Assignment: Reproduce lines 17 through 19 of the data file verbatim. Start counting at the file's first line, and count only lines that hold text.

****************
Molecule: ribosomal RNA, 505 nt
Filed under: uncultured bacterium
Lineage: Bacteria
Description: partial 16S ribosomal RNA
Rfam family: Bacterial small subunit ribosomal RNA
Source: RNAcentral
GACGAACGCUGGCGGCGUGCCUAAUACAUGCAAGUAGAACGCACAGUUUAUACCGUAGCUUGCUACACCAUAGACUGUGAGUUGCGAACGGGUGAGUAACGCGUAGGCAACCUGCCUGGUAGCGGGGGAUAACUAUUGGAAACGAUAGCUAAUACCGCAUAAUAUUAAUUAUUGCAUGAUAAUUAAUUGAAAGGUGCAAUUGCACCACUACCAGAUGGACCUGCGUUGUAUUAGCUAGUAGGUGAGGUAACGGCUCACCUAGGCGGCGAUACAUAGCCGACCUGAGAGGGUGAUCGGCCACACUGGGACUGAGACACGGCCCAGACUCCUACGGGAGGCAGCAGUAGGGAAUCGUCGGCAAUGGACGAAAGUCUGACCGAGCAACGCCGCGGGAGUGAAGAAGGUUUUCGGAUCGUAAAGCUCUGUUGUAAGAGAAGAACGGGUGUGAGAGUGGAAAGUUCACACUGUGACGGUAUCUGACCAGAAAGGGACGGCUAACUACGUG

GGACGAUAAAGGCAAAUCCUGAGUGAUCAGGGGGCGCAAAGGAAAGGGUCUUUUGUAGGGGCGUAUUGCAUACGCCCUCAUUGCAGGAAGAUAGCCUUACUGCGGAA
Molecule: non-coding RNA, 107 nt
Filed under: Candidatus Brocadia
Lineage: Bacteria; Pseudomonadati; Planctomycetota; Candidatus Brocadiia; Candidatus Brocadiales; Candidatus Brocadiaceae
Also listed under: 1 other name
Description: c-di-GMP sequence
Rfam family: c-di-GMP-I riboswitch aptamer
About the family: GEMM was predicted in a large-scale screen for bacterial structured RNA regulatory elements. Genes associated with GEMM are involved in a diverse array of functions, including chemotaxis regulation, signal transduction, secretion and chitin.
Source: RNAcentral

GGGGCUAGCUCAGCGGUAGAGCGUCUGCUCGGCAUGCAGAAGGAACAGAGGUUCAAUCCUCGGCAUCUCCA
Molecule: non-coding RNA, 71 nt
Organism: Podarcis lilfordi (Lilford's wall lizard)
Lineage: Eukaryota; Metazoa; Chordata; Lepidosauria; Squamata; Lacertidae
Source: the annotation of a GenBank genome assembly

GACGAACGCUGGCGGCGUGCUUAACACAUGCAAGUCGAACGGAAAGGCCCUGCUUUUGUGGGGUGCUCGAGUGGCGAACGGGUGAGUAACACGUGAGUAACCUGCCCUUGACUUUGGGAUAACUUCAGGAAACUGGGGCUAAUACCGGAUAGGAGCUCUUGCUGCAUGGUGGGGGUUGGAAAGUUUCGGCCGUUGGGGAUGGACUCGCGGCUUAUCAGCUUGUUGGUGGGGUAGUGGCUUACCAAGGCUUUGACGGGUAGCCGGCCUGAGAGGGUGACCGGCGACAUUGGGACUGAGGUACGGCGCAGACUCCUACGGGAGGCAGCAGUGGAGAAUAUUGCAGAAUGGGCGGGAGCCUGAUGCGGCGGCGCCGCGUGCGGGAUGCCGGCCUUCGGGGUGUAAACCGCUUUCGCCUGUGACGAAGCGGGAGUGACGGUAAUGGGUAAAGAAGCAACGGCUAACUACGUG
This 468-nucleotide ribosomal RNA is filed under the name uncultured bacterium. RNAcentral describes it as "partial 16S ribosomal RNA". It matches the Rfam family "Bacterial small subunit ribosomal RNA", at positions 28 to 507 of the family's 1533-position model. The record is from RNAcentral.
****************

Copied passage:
GGGGCUAGCUCAGCGGUAGAGCGUCUGCUCGGCAUGCAGAAGGAACAGAGGUUCAAUCCUCGGCAUCUCCA
Molecule: non-coding RNA, 71 nt
Organism: Podarcis lilfordi (Lilford's wall lizard)